In the last section we saw two examples of *deriving* a function from
another function. In both cases we used the same recipe. The recipe is
this:

If you have a function, `f(x)`, and you want to find the value of
the derived function at `x`, then find both `f(x)` and `f`
of a nearby point,
`x + h``h`. When you take the limit of that quotient (which
is commonly called *the divided difference*) as `h` (which is
the distance between `x` and the point that is nearby)
goes toward zero, you have the derived function.

That is what we did to find the grade of the wall that the animals built. We knew the height of the wall at any point. Each animal used the divided difference (his change in altitude divided by his horizontal step size) to determine his own perception of the wall's grade. We used smaller and smaller animals to see what happens as their horizontal step size goes toward zero. And we saw that a limit exists. That limit was the derived function that gave us the exact grade at an exact point on the wall. We derived it from the function that gives us the height of the wall.

That is what we did also to determine instantaneous speed. We took the difference between where we are now and where we will be in a little while, and we divided that by the time elapsed over that little while. As the little while goes toward zero, we found that there was a limit, and that limit is the instantaneous speed. We derived the speed function from the function that gives us position as a function of time.

**So here is the main idea:**
Take real function of a real variable, `f(x)`.
Form the divided difference of `f(x)`:

f(x + h) - f(x)In other words, take the difference between what the function is at~~eq. 4.1-1 h~~

The concept of taking this limit of the divided difference to find the
derivative is so commonly
used in mathematics that we have special notations for it. If `f(x)`
is a function and we find the limit of the divided difference exists
over some domain, then we can express the derivative of `f(x)` as
either `f'(x)` or as

dfThe first notation is due to Isaac Newton. You can see a brief biograpy of Isaac Newton by~~dx~~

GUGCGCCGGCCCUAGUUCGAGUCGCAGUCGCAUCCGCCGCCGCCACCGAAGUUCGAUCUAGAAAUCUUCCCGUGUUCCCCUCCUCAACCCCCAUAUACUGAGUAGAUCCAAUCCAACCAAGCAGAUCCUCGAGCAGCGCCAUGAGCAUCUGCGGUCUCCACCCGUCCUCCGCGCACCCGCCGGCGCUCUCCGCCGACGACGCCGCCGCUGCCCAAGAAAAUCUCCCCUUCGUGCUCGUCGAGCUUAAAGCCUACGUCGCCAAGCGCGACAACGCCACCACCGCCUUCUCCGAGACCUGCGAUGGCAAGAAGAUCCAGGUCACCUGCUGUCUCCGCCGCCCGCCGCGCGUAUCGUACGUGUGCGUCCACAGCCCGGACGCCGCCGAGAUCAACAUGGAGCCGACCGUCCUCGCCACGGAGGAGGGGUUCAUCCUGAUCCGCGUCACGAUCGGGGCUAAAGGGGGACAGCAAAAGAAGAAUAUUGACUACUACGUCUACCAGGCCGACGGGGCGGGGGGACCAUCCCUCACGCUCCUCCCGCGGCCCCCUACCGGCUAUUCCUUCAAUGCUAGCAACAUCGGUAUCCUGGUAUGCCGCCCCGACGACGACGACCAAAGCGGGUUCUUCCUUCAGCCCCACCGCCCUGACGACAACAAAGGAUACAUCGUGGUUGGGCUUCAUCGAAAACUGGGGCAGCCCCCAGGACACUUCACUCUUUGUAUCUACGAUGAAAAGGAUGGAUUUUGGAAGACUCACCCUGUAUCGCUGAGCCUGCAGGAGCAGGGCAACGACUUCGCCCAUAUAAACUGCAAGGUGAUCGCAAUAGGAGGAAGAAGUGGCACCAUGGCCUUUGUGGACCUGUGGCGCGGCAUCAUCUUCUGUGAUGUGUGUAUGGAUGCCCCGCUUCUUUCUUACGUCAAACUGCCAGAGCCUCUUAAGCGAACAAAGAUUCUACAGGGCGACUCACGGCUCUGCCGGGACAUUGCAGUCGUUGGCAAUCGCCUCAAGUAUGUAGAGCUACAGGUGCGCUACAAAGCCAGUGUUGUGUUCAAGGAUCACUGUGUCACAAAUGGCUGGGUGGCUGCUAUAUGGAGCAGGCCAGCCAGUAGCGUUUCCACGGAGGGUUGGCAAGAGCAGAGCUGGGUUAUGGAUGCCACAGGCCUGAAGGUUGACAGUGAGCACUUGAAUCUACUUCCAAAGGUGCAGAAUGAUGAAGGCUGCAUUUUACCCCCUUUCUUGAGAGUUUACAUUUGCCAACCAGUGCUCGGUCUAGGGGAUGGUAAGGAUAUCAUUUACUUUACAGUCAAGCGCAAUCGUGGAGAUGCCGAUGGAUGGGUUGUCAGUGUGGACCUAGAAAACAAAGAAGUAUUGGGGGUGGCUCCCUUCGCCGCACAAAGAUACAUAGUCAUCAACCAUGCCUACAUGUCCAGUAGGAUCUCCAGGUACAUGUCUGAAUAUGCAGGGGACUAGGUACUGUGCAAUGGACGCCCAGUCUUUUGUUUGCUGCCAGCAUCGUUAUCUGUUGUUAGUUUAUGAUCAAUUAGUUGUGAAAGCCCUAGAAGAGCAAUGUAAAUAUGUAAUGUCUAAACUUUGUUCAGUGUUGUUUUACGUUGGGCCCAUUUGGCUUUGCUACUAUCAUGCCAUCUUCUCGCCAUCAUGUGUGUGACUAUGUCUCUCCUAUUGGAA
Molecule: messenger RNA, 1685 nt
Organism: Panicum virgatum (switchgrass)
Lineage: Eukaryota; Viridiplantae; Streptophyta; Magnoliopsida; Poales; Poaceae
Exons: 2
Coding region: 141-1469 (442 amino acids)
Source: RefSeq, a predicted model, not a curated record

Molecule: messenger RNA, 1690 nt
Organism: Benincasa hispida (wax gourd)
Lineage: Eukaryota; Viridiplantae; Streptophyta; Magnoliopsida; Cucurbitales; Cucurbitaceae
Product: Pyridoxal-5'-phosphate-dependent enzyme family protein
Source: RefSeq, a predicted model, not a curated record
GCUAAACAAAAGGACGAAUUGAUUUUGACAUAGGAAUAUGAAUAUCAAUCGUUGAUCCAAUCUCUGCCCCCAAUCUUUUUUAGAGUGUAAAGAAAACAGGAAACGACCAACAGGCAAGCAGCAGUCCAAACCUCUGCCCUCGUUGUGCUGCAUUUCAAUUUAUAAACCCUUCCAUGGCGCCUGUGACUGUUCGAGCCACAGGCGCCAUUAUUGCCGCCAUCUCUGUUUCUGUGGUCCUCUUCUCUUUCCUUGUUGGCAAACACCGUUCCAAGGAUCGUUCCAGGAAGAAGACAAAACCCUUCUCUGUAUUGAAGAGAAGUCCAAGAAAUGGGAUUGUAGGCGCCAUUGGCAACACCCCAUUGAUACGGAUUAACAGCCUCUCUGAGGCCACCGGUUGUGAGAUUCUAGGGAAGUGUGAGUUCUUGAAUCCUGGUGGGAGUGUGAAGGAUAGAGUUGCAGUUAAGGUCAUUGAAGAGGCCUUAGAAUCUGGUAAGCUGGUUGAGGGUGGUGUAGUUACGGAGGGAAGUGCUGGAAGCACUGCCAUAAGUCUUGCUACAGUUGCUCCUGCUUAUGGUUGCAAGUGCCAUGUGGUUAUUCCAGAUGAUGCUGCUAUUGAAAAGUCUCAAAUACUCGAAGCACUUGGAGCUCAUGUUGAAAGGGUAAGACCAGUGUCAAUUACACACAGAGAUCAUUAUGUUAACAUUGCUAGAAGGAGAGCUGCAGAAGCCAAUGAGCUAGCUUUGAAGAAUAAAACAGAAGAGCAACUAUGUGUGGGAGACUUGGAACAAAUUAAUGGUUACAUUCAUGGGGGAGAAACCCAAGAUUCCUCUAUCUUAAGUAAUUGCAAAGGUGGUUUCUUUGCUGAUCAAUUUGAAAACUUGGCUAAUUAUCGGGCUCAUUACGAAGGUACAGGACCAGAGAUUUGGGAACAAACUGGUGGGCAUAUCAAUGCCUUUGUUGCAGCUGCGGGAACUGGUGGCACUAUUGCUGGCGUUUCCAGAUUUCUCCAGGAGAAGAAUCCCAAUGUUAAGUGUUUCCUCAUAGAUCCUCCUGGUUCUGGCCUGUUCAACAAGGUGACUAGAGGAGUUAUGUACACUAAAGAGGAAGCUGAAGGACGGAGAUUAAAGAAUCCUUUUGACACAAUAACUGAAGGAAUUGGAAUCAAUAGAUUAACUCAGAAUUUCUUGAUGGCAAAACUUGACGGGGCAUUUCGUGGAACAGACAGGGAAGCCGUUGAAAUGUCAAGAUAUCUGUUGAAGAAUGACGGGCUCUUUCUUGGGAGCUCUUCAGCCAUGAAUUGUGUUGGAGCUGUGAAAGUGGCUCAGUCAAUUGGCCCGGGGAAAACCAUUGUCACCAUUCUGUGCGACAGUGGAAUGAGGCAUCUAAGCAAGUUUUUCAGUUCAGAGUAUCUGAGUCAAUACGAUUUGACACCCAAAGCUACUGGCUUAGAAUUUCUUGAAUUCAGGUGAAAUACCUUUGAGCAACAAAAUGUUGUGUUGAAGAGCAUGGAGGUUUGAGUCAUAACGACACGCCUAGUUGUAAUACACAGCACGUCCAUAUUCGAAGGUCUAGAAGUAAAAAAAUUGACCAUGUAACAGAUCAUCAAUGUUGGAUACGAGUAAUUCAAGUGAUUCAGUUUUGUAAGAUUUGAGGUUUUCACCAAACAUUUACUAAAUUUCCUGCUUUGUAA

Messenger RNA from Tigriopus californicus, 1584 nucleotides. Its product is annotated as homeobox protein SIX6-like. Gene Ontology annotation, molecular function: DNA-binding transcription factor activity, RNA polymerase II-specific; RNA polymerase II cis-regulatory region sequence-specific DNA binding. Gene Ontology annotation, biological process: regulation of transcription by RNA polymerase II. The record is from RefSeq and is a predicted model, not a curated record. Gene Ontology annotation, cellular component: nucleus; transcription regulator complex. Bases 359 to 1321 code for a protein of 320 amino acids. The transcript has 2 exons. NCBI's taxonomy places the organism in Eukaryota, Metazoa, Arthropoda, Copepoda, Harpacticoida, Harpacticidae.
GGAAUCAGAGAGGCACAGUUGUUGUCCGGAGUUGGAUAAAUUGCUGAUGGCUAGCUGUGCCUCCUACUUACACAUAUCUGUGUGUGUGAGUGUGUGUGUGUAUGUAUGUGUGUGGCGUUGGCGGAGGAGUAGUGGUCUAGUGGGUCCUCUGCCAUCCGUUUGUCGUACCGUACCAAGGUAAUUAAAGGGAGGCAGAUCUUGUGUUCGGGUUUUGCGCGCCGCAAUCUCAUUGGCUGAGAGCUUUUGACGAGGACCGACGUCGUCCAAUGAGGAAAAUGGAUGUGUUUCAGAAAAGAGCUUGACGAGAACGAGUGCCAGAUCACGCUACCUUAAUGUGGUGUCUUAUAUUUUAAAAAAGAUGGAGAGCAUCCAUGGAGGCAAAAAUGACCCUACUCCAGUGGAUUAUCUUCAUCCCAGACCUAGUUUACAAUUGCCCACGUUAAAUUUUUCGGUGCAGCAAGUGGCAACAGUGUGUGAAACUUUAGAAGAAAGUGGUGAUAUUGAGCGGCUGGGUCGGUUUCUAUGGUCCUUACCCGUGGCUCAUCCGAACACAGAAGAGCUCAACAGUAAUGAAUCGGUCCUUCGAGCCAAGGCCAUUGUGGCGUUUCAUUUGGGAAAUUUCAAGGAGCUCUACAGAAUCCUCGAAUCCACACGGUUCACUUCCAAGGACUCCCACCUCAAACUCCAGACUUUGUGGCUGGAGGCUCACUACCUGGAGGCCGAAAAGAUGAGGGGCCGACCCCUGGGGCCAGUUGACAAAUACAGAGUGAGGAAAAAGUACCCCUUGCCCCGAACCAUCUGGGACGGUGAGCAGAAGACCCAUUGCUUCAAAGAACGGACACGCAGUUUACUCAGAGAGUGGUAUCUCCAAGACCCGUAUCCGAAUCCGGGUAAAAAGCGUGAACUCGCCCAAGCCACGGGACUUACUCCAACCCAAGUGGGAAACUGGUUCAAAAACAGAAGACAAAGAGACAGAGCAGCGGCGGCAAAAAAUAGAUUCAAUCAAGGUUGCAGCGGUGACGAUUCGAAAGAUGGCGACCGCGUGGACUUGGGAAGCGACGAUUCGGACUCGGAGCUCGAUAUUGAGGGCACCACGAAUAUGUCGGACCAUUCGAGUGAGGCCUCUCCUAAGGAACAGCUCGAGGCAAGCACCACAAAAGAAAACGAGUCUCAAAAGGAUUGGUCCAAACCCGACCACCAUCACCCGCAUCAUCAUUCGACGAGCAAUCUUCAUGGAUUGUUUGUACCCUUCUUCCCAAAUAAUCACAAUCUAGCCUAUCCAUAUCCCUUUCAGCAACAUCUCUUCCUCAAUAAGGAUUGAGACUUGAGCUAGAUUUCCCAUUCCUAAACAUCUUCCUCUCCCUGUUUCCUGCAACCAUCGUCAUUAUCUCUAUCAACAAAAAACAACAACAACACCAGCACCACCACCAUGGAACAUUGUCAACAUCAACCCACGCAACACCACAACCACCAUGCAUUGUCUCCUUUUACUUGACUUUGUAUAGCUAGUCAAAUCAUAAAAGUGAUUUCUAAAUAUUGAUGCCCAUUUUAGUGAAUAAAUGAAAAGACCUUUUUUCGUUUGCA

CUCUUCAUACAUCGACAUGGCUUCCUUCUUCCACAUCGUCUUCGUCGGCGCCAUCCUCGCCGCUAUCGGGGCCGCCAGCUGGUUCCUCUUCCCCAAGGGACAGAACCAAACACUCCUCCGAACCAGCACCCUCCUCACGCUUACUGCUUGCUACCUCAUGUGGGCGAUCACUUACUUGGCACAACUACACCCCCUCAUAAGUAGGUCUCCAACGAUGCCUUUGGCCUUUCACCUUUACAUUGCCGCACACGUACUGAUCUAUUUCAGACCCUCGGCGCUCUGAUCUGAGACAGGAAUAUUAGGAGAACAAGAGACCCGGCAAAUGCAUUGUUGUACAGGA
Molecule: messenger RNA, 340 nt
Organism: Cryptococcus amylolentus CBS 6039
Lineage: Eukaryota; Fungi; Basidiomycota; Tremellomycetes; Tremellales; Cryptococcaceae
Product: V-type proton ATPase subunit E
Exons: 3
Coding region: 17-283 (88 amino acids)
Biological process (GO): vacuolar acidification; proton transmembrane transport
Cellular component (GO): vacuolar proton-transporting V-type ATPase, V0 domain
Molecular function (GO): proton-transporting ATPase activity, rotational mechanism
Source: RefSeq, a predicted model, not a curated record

* Important:*
The definition of the derivative of any function,

df f(x + h) - f(x) f'(x) = |

wherever that limit exists.

There really is nothing about Leibniz' "`d`" notation that is
not contained in the limit equation given in equation 4.1-2. If we
let the symbol, `Dx`, be the same
as `h`, and if we let the symbol,
`Df`, be the same as
`f(x + h) - f(x)``f(x + Dx) - f(x)` )

df Df f'(x) =So from a notation point of view, it's just another way of notating this limit of a ratio. The~~= lim~~~~eq. 4.1-2a dx Dx~~~~> 0 Dx~~

In Leibniz' way of looking at things, the symbol, `dx`, means
that when you take the limit as `Dx`
goes to zero, `dx` is the value that
`Dx` takes on the *instant before*
it winks out entirely and becomes zero. There is no real number that
describes `dx`. It is closer to zero (though not equal to zero)
than any nonzero real number can possibly be. Likewise
`df` is the value that
`Df` takes on the *instant before*
`Dx` winks out entirely and becomes zero.
Presumably `Df` winks out as well at
that point, but remember that we are interested in the value of
`Df` immediately *before* that
happens. Again there is no real number that can describe `df`
because it is closer to zero than any nonzero real number can possibly
be.
Yet although both `dx` and `df` are
infinitesimal, their ratio is real whenever the limit exists. And that
ratio, `df/dx`, is the derivative.

(For what it's worth to this discussion, mathematicians have devised
an entirely self-consistent system of arithmetic among infinitesimal
quantities. And yes, there is a whole tinier set of infinitessimal
quantities that are as tiny compared to the infinitessimals we have
been discussing as the ones we have been discussing are to the reals.
They are the `d ^{2}` infinitessimals. And there is
a set of even tinier infinitessimals for

When you think about it, the Leibniz notation better indicates what is
going on when you take a derivative than does the Newton notation.
For one thing, it clearly shows that a derivative of a function is
taken *with respect to a particular independent variable*. In this case,
that variable is `x`. It also shows that a derivative is
always a ratio or quotient that happens in the limit as its
denominator goes to zero (of course the numerator must go to zero
at the same time for the limit to exist).
Still the Newton notation is a convenient shorthand that requires
fewer pencil strokes and fewer keystrokes at the keyboard. That is
why I'll be using mostly the Newton notation throughout this tutorial.

You recall that in algebra you described straight lines that were not vertical
using the equation,
`y = mx + b``m`, you called the *slope* of the line.
Suppose we take such a line as a function:

f(x) = mx + b eq. 4.1-3If you make up values for

(m(x + h) + b) - (mx + b) f'(x) = limDo you see how we got 4.1-4 from 4.1-2 and 4.1-3? Make sure you understand how to make those substitutions. You are likely to have to do it on an exam.~~eq. 4.1-4 h~~~~> 0 h~~

When you multiply out the
`m(x + h)`

mx + mh + b - mx - b f'(x) = limThere are some major cancellation here. Once you do them, you are left with:~~eq. 4.1-5 h~~~~> 0 h~~